So You Want to Work in a Bookstore: Lesson 5 | Xmas Fun For the Whole Family
Some customers are content to ask just one bookseller a question and call it a day. Some customers prefer to ask every bookseller they can find the exact same question for a variety of reasons, from the completely innocent to the downright mean-spirited; they’re crazy, they’re 104 and don’t remember the answer, they called the first bookseller stupid to their face because they didn’t like the answer—it could be anything. But then there are the customers who prefer to ask multiple questions of multiple booksellers as though there were not several dozen other people in line also waiting to ask questions.
As I survey the crowd in front of the information desk, which, at three days before Christmas is more zombie hoard than multiple lines, I offer to help whoever is next. This is like throwing the bouquet at a wedding.
Crazy-Eyed Woman: Yes, I have another question.
Me: Well, the other girl was helping you already, she can—
Crazy-Eyed Woman: I’m looking for a book for—
Me: You’re just going to ask anyways though…
Crazy-Eyed Woman: Yes. I was looking for a book for a family of six; ages 6 to 62. Can you suggest something?
I think to myself its kind of like that Christmas song, if it had been on a strict holiday budget—which, I found out later was actually named the Christmas Song—you know, instead of 1 to 92. All this time I thought it was ‘Chestnuts Roasting on an Open Fire’.
I bet there’s someone out there that gives a shit about that fun fact. There is, actually, I helped him two weeks ago. I looked up the oldest Christmas song still used and found him a book with the history of Christmas carols. We had a lovely conversation. He didn’t buy the book. Why would he? My time isn’t worth anything.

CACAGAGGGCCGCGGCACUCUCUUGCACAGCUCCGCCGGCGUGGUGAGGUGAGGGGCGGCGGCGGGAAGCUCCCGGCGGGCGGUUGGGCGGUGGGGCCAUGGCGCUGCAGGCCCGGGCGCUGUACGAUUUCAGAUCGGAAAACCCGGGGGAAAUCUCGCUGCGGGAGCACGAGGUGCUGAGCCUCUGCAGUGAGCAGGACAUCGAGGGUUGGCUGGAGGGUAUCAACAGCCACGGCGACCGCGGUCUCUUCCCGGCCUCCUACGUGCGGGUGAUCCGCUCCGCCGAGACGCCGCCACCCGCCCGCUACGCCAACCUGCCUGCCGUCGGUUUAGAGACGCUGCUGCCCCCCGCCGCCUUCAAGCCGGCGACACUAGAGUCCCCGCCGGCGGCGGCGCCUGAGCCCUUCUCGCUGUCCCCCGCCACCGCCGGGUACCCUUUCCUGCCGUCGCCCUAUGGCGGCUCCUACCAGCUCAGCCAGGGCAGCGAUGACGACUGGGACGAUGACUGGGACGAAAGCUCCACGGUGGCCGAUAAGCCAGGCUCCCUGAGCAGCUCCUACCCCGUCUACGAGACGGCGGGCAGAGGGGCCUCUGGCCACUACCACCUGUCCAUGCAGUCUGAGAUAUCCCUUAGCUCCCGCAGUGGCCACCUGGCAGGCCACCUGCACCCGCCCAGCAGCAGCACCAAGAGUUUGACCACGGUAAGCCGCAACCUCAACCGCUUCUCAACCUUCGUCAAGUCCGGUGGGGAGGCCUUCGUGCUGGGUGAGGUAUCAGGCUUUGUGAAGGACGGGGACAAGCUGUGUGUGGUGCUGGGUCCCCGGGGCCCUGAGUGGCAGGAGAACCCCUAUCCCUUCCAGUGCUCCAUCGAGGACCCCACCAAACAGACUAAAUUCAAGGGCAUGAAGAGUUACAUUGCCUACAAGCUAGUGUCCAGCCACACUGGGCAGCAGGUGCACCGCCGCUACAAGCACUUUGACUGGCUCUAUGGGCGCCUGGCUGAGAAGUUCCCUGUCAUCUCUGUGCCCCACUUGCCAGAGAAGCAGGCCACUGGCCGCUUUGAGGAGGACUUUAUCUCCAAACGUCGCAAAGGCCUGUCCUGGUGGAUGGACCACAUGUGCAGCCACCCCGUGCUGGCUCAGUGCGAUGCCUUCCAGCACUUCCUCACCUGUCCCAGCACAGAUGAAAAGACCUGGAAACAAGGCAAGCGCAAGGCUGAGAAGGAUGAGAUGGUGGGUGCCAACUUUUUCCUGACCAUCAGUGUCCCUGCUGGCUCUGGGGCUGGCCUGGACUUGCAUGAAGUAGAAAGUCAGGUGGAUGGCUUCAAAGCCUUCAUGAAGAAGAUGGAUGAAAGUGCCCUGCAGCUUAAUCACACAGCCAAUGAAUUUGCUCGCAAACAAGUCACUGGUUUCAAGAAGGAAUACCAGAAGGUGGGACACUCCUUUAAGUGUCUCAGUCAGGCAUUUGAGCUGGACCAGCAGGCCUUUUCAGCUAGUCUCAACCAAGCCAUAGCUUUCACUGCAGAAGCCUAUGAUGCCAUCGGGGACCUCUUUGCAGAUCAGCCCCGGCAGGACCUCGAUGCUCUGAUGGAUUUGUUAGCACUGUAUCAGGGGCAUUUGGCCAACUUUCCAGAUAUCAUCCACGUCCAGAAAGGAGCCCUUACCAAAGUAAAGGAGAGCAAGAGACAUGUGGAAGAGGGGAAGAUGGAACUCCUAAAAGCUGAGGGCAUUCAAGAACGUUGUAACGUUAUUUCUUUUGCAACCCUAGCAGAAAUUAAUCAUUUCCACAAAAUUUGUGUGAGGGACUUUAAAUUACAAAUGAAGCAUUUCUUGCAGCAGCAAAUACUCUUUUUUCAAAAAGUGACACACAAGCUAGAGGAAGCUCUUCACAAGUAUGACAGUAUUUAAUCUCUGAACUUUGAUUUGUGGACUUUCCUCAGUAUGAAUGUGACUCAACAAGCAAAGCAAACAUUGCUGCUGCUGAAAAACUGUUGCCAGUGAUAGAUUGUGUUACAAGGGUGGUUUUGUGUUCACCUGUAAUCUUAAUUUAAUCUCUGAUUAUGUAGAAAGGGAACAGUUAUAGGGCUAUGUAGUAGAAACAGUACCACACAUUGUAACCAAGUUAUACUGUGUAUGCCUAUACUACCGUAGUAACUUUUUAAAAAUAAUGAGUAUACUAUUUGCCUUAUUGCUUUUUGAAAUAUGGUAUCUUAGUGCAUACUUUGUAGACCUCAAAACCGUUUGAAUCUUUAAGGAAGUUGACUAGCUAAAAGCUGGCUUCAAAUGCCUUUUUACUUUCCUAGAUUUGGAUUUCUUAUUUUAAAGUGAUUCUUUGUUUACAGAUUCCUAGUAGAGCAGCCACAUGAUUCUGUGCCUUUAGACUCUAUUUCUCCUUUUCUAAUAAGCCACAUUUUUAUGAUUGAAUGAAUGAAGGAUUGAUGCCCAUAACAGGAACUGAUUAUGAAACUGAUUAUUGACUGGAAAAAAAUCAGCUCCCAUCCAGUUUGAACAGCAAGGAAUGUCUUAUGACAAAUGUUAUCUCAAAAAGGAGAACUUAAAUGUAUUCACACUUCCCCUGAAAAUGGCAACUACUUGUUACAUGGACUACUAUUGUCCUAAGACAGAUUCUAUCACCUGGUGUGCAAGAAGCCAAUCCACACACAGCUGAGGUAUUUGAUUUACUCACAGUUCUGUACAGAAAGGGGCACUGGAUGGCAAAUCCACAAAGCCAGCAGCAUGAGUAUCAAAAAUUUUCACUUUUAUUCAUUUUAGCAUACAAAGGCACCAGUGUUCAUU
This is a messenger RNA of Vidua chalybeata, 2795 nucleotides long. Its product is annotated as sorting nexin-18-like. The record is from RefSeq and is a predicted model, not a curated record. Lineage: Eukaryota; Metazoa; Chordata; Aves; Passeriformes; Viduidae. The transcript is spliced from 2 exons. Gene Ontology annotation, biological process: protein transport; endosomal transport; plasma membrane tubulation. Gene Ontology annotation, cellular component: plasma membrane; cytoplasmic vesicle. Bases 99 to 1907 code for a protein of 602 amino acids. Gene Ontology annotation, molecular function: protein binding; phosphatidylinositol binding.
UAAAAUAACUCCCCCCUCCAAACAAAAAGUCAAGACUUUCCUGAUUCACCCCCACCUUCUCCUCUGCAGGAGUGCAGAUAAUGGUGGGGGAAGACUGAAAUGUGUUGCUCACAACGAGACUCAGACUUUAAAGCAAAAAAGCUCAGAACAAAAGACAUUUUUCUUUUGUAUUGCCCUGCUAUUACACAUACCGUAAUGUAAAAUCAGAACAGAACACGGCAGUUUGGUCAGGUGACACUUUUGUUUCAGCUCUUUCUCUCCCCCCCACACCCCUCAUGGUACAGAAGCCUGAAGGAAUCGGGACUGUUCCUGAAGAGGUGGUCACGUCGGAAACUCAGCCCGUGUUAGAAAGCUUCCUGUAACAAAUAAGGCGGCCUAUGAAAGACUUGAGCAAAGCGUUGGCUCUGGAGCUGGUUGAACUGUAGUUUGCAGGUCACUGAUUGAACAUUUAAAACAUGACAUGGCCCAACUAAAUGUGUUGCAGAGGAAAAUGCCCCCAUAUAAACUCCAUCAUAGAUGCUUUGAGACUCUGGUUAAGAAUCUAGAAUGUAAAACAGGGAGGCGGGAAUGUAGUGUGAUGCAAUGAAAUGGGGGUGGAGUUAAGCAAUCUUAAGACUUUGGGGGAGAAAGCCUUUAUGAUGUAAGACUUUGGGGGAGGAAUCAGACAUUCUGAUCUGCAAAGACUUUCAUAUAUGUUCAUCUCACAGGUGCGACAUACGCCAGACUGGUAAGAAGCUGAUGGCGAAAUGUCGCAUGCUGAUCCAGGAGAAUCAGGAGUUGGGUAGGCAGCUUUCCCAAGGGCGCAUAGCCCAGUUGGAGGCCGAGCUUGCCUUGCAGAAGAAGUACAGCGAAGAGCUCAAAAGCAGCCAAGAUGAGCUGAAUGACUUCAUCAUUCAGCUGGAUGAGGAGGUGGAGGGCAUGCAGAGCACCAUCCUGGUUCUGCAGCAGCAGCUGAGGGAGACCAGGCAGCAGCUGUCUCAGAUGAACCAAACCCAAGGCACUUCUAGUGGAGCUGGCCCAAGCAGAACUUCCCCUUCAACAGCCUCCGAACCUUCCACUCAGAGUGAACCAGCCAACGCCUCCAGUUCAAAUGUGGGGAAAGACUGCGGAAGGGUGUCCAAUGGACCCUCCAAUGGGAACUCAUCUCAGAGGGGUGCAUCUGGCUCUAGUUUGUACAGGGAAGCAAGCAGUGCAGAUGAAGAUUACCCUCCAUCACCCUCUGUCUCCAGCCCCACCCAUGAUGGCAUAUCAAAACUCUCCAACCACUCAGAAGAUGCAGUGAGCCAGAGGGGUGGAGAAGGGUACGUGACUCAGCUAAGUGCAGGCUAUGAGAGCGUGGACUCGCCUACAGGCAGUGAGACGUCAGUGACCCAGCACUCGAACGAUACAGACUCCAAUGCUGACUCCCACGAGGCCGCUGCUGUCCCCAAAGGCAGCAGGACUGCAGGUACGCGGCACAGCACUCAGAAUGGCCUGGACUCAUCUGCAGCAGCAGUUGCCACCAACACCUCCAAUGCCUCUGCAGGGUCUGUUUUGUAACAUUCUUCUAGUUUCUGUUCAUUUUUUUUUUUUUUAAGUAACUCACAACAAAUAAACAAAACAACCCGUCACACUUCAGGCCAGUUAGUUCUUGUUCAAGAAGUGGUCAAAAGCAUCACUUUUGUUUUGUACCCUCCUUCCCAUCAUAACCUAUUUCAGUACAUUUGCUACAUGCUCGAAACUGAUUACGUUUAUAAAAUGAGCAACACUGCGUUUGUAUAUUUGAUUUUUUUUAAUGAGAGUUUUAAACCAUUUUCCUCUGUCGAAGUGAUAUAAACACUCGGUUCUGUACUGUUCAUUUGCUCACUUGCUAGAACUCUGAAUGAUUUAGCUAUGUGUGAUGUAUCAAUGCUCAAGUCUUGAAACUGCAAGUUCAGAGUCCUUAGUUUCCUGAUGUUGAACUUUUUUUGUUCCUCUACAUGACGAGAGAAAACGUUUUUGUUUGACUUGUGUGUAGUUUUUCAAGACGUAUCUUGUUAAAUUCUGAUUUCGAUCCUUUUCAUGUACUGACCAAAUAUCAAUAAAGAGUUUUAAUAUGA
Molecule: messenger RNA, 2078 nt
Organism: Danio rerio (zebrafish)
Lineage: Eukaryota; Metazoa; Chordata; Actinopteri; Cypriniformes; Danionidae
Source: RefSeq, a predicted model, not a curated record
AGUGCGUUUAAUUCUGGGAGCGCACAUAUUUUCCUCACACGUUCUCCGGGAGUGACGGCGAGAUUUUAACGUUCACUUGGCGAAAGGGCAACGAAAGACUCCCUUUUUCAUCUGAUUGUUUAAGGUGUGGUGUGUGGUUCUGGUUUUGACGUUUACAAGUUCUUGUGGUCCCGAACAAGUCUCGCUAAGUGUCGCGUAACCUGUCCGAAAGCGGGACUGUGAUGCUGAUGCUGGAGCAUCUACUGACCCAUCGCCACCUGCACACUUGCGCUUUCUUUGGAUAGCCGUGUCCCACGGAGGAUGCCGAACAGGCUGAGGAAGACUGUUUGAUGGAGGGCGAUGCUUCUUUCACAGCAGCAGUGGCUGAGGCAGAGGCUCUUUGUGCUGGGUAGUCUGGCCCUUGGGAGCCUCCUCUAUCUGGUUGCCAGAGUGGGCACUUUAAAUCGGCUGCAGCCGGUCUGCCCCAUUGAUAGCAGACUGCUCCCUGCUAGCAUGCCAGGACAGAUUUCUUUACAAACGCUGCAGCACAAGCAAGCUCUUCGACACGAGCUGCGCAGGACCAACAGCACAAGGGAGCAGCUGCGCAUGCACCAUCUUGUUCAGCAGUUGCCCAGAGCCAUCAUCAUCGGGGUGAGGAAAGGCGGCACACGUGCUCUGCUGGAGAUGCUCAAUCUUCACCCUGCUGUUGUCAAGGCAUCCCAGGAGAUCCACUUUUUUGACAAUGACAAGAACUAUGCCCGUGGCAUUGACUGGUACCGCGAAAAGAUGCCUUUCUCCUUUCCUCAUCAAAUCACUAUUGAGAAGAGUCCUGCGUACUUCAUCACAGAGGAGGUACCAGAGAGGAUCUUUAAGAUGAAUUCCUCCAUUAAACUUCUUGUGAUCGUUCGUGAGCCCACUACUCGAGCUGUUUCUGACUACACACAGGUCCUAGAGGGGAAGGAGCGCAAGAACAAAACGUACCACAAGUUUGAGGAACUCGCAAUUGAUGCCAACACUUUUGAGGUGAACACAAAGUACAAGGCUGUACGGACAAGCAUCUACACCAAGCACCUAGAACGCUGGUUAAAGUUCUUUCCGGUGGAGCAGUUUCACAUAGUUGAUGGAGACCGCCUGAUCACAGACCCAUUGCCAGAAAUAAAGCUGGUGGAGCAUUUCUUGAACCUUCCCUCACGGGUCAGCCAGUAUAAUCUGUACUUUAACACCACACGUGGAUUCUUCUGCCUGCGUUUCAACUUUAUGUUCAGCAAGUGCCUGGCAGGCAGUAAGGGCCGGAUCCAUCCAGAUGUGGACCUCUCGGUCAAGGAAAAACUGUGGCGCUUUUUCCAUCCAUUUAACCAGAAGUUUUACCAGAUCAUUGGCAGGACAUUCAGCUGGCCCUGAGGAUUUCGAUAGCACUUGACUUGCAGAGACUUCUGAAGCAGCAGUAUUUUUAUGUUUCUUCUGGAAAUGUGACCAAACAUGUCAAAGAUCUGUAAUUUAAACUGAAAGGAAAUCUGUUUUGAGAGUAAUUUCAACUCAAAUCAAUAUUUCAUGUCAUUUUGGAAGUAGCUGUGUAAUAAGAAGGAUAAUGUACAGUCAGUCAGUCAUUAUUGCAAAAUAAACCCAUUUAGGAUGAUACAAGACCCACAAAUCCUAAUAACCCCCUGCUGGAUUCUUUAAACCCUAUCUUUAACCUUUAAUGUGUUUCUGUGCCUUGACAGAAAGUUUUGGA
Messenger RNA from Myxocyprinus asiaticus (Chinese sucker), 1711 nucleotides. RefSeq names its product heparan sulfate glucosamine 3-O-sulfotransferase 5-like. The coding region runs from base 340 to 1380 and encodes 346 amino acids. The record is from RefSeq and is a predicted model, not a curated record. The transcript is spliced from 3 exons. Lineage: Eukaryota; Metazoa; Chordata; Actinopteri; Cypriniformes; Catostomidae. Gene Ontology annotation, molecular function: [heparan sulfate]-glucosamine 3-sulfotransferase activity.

I don’t make my comment about the Christmas song. She wouldn’t get it. She doesn’t deserve my witty banter.
Me: You want something for the whole family? They’re going to read it together?
Crazy-Eyed Woman: Yes.
Me: Like a Christmas picture bo—
Crazy-Eyed Woman: No!
Doesn’t want that. Isn’t going to offer me any clues. I say clues because she clearly knows exactly what she wants. Whatever I recommend is going to be received with a simply ‘no.’ The problem is that she knows exactly what she wants, and that thing does not exist. Only this very specific imaginary book she just decided she needs immediately will do and nothing I recommend will fill the void of her under-medicated soul. I look around. Really, I turn in a circle and try to think of something, as much so she won’t see me roll my eyes as to spot something on one of the nearby table I can throw at her as a distraction while I make a run for it.
Me: And it was six to—
Crazy-Eyed Woman: To sixty-two years young!
That is not a thing. I hate you and everyone who uses that phrase. Except my grandmother, that sounds like something she might say. She’s allowed to, my grandmother’s adorable—but the rest of you need to stop.
Me: Yeah, I have no idea, that’s really a ridiculous question. Here comes the girl with your other book. She might know. Can I please help who was actually next?